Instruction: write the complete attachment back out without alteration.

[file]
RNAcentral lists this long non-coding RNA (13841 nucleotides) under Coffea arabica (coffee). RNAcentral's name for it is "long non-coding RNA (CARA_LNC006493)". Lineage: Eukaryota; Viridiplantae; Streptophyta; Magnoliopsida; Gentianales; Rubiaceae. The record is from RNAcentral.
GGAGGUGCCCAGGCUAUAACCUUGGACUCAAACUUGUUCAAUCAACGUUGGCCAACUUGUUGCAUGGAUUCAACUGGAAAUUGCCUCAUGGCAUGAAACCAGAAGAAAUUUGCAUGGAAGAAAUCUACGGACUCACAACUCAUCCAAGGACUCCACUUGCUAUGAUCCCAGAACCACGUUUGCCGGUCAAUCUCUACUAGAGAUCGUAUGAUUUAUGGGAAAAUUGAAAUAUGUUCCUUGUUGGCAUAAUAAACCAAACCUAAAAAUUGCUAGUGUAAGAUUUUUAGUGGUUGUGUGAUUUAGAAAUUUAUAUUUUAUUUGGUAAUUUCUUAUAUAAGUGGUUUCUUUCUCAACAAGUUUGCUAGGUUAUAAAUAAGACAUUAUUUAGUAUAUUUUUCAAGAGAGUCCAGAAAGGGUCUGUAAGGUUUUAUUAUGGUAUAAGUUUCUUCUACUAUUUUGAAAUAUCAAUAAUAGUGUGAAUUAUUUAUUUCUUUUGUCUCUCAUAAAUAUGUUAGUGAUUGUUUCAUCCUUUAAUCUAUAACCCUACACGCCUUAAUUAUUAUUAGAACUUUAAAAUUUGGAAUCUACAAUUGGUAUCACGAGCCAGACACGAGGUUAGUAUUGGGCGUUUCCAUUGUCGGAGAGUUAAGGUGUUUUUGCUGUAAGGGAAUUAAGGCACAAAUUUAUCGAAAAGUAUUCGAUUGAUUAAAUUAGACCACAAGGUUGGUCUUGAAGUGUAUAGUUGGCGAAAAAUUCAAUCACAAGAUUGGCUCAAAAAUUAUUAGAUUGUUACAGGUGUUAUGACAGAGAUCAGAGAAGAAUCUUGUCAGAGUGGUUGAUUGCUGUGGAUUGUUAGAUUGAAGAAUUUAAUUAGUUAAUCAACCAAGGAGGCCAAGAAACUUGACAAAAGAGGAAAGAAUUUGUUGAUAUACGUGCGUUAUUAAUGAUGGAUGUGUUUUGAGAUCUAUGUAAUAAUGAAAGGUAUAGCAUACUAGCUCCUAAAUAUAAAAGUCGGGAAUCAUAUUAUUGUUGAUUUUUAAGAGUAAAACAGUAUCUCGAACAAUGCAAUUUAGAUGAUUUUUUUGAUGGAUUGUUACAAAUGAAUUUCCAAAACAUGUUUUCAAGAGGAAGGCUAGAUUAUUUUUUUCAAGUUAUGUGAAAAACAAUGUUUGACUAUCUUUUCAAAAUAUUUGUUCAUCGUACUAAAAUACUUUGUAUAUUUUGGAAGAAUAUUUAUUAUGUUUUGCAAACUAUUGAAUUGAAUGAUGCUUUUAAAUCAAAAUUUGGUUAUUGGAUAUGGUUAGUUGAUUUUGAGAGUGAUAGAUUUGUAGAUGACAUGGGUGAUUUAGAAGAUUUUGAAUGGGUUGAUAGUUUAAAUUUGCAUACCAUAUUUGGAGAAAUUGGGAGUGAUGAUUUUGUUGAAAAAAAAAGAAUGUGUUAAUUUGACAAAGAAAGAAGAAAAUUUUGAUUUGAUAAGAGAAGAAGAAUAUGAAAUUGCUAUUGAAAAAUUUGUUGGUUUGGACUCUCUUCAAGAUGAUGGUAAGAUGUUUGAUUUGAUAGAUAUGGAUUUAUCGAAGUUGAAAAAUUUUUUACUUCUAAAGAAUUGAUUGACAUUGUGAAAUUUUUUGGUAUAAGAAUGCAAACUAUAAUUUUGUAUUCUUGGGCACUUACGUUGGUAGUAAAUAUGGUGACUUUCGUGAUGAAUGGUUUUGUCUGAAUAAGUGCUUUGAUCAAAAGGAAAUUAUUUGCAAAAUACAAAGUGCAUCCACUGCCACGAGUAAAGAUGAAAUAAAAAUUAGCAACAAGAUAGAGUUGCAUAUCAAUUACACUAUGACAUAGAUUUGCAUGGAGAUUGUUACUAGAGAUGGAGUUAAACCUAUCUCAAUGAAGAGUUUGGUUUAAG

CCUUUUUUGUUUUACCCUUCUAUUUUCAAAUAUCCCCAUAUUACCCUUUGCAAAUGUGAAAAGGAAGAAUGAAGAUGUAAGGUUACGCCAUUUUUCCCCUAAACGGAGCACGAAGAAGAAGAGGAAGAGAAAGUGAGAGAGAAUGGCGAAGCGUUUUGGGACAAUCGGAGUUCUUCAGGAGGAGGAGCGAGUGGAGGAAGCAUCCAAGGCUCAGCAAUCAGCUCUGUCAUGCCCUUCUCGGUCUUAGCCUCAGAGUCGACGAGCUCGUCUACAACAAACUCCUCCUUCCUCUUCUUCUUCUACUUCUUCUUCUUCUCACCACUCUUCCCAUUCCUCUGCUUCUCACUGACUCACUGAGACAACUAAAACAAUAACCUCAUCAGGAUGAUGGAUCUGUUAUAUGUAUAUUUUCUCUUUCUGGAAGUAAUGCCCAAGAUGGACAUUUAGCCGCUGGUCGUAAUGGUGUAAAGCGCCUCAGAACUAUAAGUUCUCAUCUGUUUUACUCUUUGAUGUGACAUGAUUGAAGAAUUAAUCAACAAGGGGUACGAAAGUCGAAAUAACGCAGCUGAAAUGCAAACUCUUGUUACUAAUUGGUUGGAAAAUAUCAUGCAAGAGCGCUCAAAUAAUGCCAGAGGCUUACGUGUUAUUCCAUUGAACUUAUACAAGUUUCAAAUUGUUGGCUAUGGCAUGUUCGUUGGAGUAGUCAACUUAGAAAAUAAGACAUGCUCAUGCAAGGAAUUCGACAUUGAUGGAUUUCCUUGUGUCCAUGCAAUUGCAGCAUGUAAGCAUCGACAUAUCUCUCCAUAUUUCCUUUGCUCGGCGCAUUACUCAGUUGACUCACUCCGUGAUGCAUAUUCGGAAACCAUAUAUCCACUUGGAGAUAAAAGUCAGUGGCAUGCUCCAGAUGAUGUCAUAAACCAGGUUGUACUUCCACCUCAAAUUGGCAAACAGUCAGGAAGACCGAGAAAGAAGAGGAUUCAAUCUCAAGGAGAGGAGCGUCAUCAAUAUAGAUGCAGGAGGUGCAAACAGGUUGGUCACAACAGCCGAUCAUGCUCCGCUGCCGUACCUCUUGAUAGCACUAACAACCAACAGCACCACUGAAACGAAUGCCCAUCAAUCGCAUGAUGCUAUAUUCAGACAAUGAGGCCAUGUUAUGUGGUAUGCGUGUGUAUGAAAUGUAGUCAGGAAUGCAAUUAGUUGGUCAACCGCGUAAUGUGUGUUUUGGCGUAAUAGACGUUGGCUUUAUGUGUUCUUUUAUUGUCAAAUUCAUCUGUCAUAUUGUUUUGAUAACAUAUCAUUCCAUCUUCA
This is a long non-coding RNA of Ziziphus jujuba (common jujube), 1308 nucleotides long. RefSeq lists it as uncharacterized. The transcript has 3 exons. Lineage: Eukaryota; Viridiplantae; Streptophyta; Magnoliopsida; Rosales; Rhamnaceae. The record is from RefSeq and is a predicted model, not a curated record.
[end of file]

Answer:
RNAcentral lists this long non-coding RNA (13841 nucleotides) under Coffea arabica (coffee). RNAcentral's name for it is "long non-coding RNA (CARA_LNC006493)". Lineage: Eukaryota; Viridiplantae; Streptophyta; Magnoliopsida; Gentianales; Rubiaceae. The record is from RNAcentral.
GGAGGUGCCCAGGCUAUAACCUUGGACUCAAACUUGUUCAAUCAACGUUGGCCAACUUGUUGCAUGGAUUCAACUGGAAAUUGCCUCAUGGCAUGAAACCAGAAGAAAUUUGCAUGGAAGAAAUCUACGGACUCACAACUCAUCCAAGGACUCCACUUGCUAUGAUCCCAGAACCACGUUUGCCGGUCAAUCUCUACUAGAGAUCGUAUGAUUUAUGGGAAAAUUGAAAUAUGUUCCUUGUUGGCAUAAUAAACCAAACCUAAAAAUUGCUAGUGUAAGAUUUUUAGUGGUUGUGUGAUUUAGAAAUUUAUAUUUUAUUUGGUAAUUUCUUAUAUAAGUGGUUUCUUUCUCAACAAGUUUGCUAGGUUAUAAAUAAGACAUUAUUUAGUAUAUUUUUCAAGAGAGUCCAGAAAGGGUCUGUAAGGUUUUAUUAUGGUAUAAGUUUCUUCUACUAUUUUGAAAUAUCAAUAAUAGUGUGAAUUAUUUAUUUCUUUUGUCUCUCAUAAAUAUGUUAGUGAUUGUUUCAUCCUUUAAUCUAUAACCCUACACGCCUUAAUUAUUAUUAGAACUUUAAAAUUUGGAAUCUACAAUUGGUAUCACGAGCCAGACACGAGGUUAGUAUUGGGCGUUUCCAUUGUCGGAGAGUUAAGGUGUUUUUGCUGUAAGGGAAUUAAGGCACAAAUUUAUCGAAAAGUAUUCGAUUGAUUAAAUUAGACCACAAGGUUGGUCUUGAAGUGUAUAGUUGGCGAAAAAUUCAAUCACAAGAUUGGCUCAAAAAUUAUUAGAUUGUUACAGGUGUUAUGACAGAGAUCAGAGAAGAAUCUUGUCAGAGUGGUUGAUUGCUGUGGAUUGUUAGAUUGAAGAAUUUAAUUAGUUAAUCAACCAAGGAGGCCAAGAAACUUGACAAAAGAGGAAAGAAUUUGUUGAUAUACGUGCGUUAUUAAUGAUGGAUGUGUUUUGAGAUCUAUGUAAUAAUGAAAGGUAUAGCAUACUAGCUCCUAAAUAUAAAAGUCGGGAAUCAUAUUAUUGUUGAUUUUUAAGAGUAAAACAGUAUCUCGAACAAUGCAAUUUAGAUGAUUUUUUUGAUGGAUUGUUACAAAUGAAUUUCCAAAACAUGUUUUCAAGAGGAAGGCUAGAUUAUUUUUUUCAAGUUAUGUGAAAAACAAUGUUUGACUAUCUUUUCAAAAUAUUUGUUCAUCGUACUAAAAUACUUUGUAUAUUUUGGAAGAAUAUUUAUUAUGUUUUGCAAACUAUUGAAUUGAAUGAUGCUUUUAAAUCAAAAUUUGGUUAUUGGAUAUGGUUAGUUGAUUUUGAGAGUGAUAGAUUUGUAGAUGACAUGGGUGAUUUAGAAGAUUUUGAAUGGGUUGAUAGUUUAAAUUUGCAUACCAUAUUUGGAGAAAUUGGGAGUGAUGAUUUUGUUGAAAAAAAAAGAAUGUGUUAAUUUGACAAAGAAAGAAGAAAAUUUUGAUUUGAUAAGAGAAGAAGAAUAUGAAAUUGCUAUUGAAAAAUUUGUUGGUUUGGACUCUCUUCAAGAUGAUGGUAAGAUGUUUGAUUUGAUAGAUAUGGAUUUAUCGAAGUUGAAAAAUUUUUUACUUCUAAAGAAUUGAUUGACAUUGUGAAAUUUUUUGGUAUAAGAAUGCAAACUAUAAUUUUGUAUUCUUGGGCACUUACGUUGGUAGUAAAUAUGGUGACUUUCGUGAUGAAUGGUUUUGUCUGAAUAAGUGCUUUGAUCAAAAGGAAAUUAUUUGCAAAAUACAAAGUGCAUCCACUGCCACGAGUAAAGAUGAAAUAAAAAUUAGCAACAAGAUAGAGUUGCAUAUCAAUUACACUAUGACAUAGAUUUGCAUGGAGAUUGUUACUAGAGAUGGAGUUAAACCUAUCUCAAUGAAGAGUUUGGUUUAAG

CCUUUUUUGUUUUACCCUUCUAUUUUCAAAUAUCCCCAUAUUACCCUUUGCAAAUGUGAAAAGGAAGAAUGAAGAUGUAAGGUUACGCCAUUUUUCCCCUAAACGGAGCACGAAGAAGAAGAGGAAGAGAAAGUGAGAGAGAAUGGCGAAGCGUUUUGGGACAAUCGGAGUUCUUCAGGAGGAGGAGCGAGUGGAGGAAGCAUCCAAGGCUCAGCAAUCAGCUCUGUCAUGCCCUUCUCGGUCUUAGCCUCAGAGUCGACGAGCUCGUCUACAACAAACUCCUCCUUCCUCUUCUUCUUCUACUUCUUCUUCUUCUCACCACUCUUCCCAUUCCUCUGCUUCUCACUGACUCACUGAGACAACUAAAACAAUAACCUCAUCAGGAUGAUGGAUCUGUUAUAUGUAUAUUUUCUCUUUCUGGAAGUAAUGCCCAAGAUGGACAUUUAGCCGCUGGUCGUAAUGGUGUAAAGCGCCUCAGAACUAUAAGUUCUCAUCUGUUUUACUCUUUGAUGUGACAUGAUUGAAGAAUUAAUCAACAAGGGGUACGAAAGUCGAAAUAACGCAGCUGAAAUGCAAACUCUUGUUACUAAUUGGUUGGAAAAUAUCAUGCAAGAGCGCUCAAAUAAUGCCAGAGGCUUACGUGUUAUUCCAUUGAACUUAUACAAGUUUCAAAUUGUUGGCUAUGGCAUGUUCGUUGGAGUAGUCAACUUAGAAAAUAAGACAUGCUCAUGCAAGGAAUUCGACAUUGAUGGAUUUCCUUGUGUCCAUGCAAUUGCAGCAUGUAAGCAUCGACAUAUCUCUCCAUAUUUCCUUUGCUCGGCGCAUUACUCAGUUGACUCACUCCGUGAUGCAUAUUCGGAAACCAUAUAUCCACUUGGAGAUAAAAGUCAGUGGCAUGCUCCAGAUGAUGUCAUAAACCAGGUUGUACUUCCACCUCAAAUUGGCAAACAGUCAGGAAGACCGAGAAAGAAGAGGAUUCAAUCUCAAGGAGAGGAGCGUCAUCAAUAUAGAUGCAGGAGGUGCAAACAGGUUGGUCACAACAGCCGAUCAUGCUCCGCUGCCGUACCUCUUGAUAGCACUAACAACCAACAGCACCACUGAAACGAAUGCCCAUCAAUCGCAUGAUGCUAUAUUCAGACAAUGAGGCCAUGUUAUGUGGUAUGCGUGUGUAUGAAAUGUAGUCAGGAAUGCAAUUAGUUGGUCAACCGCGUAAUGUGUGUUUUGGCGUAAUAGACGUUGGCUUUAUGUGUUCUUUUAUUGUCAAAUUCAUCUGUCAUAUUGUUUUGAUAACAUAUCAUUCCAUCUUCA
This is a long non-coding RNA of Ziziphus jujuba (common jujube), 1308 nucleotides long. RefSeq lists it as uncharacterized. The transcript has 3 exons. Lineage: Eukaryota; Viridiplantae; Streptophyta; Magnoliopsida; Rosales; Rhamnaceae. The record is from RefSeq and is a predicted model, not a curated record.